Eating a healthy diet that is high in fruit and vegetables, high in fibre, and low in salt and fat (especially saturated fat) can help to:
||Reduce your risk of some cancers|
||Reduce your risk of heart disease|
||Reduce your risk of stroke|
||Reduce your blood pressure|
Health eating is about getting the balance right. No one food can provide all the essential nutrients that the body needs. Therefore, it is important to eat a variety of foods to ensure adequate levels of vitamins, minerals and dietary fibre. In practice this means having a variety of foods, basing meals on starchy foods and eating at least five protions of fruit and vegetables a day.
All the food we eat can be divided into five groups. They are:
Starchy foods, such as rice, wholewheat pasta and bread, and potatoes.
Fruit and vegetables.
Meat, fish, eggs and beans.
Milk and dairy foods.
Foods containing fat and sugar.
A healthy diet means that you eat the right balance of these groups. The Food Standards Agency have produced the eatwell plate (below) to demonstrate a healthy balance of foods.
Trouble is, achieving that balance can be tricky. Modern life doesn't always make it easy. After a long day it can be tempting to grab the first ready meal on the supermarket shelf, which is OK occasionally. But if you read the nutritional labels on these foods, you'll see that many ready meals contain high levels of fat, sugar and salt, and not much fibre, vitamins and minerals. If you eat ready meals too often, they'll throw your diet out of balance. We all need to eat a variety of foods in the right proportion to provide our bodies with the energy and nutrients required to function well, feel great and stay healthy. Balancing your diet will get easier the more you do it.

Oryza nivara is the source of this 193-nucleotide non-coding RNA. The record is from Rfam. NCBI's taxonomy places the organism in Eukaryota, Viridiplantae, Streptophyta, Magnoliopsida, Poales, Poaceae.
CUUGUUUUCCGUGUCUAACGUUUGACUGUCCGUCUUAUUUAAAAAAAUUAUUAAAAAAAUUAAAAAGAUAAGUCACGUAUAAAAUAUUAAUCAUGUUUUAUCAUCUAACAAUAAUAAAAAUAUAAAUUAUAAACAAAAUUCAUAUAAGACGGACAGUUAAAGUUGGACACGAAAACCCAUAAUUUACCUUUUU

Click here for more information on 5 a day, Water, Fats and Salt.
National Public Health Service